Reply
      • Philip

        Don’t get me wrong Tara, I too prefer eating things that haven’t been deliberately modified to be adapted to and then deliberately sprayed by poisons. That is not a very appealing food source to me at all. But the point here is that if anyone is to prove scientifically that there is something wrong with these GMO’s (and not the poisons themselves) then any experiment that is conceived to test that hypothesis must be performed in 100% controlled laboratory conditions. If the experiment cannot guarantee perfectly controlled conditions then any contamination that occurs becomes an uncontrolled variable which invalidates any results of the test. Which means you can no longer prove beyond a doubt that the problem is the GMO alone. It is as simple as that.

        Reply
        • Scott Douglas Lemoine

          So Phillip. Are you saying that since we’ve reached a point where everything is already contaminated, there is no way to prove the GM crops are more or less healtheir than non GM crops? Isn’t this the same approach the tobacco giants took in the past by making it impossible for anyone to prove their lung cancer was due to smoking, because the air we all breathe is contaminated.

          Reply
    • dove

      Maybe you aren’t aware that pesticides can stay in the soil for *decades*, which means that land transitioned to organic can be contaminated for a long time. I think the point of that study was to test soybeans that were actually being put into the food supply–you know, real-world sources and applications. Those kinds of tests should definitely be done so that we can see how the GMOs are truly holding up and testing out in reality.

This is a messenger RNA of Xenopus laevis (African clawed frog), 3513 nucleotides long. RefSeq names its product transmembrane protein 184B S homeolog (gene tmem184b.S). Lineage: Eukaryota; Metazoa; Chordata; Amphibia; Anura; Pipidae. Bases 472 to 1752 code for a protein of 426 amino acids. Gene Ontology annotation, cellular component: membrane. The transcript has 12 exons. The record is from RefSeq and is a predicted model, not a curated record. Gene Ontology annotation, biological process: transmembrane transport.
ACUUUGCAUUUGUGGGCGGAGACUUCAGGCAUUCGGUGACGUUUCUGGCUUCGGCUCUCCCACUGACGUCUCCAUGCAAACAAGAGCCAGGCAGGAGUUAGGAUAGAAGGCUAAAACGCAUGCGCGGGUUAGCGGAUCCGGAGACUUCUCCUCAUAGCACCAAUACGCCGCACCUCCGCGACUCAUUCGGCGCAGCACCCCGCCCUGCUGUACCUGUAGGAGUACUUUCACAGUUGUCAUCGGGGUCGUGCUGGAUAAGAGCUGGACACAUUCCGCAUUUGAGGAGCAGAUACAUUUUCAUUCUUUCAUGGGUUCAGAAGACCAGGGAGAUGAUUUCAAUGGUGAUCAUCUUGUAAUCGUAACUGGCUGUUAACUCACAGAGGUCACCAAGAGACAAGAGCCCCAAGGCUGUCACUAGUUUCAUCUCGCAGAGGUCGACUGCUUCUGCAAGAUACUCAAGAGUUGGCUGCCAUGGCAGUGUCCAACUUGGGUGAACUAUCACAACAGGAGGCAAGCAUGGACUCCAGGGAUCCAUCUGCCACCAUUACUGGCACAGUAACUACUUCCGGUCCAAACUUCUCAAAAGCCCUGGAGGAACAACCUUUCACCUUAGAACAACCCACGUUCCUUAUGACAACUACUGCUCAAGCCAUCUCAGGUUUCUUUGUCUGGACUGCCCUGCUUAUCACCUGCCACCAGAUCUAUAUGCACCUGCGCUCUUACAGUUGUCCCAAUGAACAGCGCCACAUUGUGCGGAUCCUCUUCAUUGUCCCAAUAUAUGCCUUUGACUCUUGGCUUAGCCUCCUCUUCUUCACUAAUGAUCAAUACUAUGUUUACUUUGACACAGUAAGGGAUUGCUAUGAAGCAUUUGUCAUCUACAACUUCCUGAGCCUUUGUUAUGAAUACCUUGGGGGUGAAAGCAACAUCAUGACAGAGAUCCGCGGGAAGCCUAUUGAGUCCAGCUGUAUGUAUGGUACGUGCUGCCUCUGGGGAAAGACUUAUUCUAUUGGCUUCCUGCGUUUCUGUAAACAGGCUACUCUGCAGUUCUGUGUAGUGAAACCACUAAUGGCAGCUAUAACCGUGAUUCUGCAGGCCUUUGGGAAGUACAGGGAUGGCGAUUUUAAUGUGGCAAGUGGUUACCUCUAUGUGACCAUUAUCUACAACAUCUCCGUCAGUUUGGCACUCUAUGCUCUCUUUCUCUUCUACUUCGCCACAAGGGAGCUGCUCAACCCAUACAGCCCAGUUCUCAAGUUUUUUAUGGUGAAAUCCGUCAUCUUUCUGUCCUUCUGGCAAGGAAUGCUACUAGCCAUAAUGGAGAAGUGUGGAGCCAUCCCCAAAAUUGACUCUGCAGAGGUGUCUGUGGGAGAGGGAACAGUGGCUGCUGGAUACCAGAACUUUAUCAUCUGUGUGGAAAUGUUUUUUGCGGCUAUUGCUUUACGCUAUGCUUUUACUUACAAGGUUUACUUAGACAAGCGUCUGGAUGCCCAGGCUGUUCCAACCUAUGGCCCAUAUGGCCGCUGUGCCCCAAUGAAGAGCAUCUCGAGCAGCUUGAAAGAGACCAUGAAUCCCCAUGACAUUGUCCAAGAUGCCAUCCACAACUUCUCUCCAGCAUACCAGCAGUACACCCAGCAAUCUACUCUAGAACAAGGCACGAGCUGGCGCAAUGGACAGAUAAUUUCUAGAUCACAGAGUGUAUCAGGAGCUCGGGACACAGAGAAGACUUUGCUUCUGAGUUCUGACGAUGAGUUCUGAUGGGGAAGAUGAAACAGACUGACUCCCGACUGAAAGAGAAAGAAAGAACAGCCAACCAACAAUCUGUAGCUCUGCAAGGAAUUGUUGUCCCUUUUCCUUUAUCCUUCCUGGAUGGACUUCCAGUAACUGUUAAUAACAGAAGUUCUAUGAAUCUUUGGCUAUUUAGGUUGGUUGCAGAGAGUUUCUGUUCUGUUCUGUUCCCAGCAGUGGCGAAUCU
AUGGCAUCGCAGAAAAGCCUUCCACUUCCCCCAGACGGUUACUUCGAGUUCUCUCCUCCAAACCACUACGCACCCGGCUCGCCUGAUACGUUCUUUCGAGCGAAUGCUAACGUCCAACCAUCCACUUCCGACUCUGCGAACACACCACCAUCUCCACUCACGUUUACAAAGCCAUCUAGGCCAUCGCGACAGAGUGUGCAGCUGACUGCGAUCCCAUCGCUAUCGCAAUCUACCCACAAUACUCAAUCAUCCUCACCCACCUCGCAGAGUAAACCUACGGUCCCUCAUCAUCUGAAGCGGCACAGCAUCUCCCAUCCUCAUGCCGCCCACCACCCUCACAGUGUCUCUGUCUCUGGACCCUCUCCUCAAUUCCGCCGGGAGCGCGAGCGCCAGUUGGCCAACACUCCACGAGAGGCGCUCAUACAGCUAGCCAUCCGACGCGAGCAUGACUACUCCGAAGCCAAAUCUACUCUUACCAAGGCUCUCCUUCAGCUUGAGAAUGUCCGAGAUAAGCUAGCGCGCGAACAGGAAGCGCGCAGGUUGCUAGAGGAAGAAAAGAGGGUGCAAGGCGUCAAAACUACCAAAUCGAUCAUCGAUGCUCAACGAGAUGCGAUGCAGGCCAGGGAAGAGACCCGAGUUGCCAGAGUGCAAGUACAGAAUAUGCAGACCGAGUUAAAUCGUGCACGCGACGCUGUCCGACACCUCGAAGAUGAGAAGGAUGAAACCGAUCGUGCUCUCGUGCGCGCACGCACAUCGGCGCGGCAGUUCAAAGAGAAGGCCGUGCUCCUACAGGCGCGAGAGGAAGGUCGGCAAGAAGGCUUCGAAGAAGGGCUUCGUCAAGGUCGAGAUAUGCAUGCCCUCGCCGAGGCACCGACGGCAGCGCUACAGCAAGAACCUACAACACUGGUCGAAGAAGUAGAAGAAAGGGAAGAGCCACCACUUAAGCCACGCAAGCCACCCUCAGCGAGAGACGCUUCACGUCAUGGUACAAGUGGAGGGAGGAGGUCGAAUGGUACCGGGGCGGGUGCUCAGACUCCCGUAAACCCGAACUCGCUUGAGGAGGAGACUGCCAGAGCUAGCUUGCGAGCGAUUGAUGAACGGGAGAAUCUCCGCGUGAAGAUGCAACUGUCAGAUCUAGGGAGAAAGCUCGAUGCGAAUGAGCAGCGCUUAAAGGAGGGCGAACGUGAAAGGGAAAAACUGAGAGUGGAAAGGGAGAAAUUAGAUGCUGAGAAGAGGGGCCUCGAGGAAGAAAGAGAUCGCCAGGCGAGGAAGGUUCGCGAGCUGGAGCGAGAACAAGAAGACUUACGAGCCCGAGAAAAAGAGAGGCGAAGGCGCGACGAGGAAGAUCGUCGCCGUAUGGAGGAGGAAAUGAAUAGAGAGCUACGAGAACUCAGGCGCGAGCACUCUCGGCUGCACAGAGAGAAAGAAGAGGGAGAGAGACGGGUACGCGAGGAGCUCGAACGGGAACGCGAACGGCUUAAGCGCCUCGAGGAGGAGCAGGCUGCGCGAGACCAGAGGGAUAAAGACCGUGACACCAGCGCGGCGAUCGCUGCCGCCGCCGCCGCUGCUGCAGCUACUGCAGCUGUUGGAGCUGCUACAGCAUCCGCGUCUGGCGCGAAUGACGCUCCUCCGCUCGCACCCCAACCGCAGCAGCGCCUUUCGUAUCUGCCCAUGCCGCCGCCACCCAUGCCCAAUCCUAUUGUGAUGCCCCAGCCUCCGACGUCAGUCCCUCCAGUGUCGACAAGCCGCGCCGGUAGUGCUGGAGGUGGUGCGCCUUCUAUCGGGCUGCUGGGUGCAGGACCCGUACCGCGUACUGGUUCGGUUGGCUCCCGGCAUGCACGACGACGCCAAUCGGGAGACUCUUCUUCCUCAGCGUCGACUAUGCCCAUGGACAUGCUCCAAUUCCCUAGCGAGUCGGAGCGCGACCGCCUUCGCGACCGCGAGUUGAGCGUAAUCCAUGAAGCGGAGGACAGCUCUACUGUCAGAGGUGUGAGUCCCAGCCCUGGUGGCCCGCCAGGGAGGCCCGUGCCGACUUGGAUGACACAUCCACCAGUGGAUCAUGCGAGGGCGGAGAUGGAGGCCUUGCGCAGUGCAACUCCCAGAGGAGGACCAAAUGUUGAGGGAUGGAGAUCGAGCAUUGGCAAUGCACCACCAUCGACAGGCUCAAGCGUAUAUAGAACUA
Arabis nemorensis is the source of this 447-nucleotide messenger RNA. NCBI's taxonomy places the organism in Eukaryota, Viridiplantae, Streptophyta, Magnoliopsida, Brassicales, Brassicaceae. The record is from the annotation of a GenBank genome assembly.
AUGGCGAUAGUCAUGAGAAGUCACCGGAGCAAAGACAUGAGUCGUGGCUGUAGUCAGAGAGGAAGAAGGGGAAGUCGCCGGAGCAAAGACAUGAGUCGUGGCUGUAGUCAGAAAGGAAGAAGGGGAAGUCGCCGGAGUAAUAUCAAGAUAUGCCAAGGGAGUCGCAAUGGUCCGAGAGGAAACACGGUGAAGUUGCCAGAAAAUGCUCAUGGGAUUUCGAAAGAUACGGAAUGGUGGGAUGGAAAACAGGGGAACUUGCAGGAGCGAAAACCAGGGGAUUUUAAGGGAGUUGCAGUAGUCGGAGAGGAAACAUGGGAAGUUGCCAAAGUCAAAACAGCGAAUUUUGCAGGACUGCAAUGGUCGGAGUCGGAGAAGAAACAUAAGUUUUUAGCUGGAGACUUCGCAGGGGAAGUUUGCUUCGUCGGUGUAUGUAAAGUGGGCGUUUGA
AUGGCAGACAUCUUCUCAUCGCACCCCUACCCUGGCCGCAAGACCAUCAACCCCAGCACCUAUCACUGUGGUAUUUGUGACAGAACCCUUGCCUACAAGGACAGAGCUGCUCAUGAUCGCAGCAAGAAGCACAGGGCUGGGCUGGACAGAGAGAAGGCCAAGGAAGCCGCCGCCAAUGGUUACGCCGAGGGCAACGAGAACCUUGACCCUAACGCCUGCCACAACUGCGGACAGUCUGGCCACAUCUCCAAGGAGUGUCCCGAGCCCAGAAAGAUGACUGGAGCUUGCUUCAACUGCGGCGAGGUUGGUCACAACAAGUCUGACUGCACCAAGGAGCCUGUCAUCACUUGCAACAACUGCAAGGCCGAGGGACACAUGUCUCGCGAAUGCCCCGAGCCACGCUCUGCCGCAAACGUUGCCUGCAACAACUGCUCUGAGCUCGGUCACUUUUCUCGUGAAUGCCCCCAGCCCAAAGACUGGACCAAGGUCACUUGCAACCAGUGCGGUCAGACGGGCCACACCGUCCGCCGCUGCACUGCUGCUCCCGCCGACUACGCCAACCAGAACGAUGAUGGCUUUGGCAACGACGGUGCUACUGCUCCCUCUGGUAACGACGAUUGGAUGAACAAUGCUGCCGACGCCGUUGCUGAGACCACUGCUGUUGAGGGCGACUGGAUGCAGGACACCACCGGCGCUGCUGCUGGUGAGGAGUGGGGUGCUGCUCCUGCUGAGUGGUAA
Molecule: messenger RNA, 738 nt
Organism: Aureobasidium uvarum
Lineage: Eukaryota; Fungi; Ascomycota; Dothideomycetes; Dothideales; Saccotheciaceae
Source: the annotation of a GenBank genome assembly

That an organic crop was contaminated by a conventional pesticide only means that the land has been poisoned at some point in its life–directly or by drift. If anything, this should be a lesson to Big Ag trolls and lackeys that their pesticides DO persist much longer than they’re willing to admit to anyone.

      Reply
  2. James Cooper

    You fundamentally misunderstand “substantial equivalence.” This doctrine is how new plants are tested: they assume that a new variety is substantially equivalent to the parent variety and then test for differences.

    Reply
    • dove

      Well, James, maybe they shouldn’t automatically ASSume that the plants are “substantially equivalent”. And maybe we shouldn’t put too much faith in a word and definition that was made up by an economic and trade organization rather than by scientists and farmers…

      Reply
  3. James Cooper

    Sorry, the definition was coined by scientists at a conference. And you would surely agree that if I breed a new corn variety, you’d like to know how it differs from previous corn varieties. That should catch anything: allergens, poisons, whatever.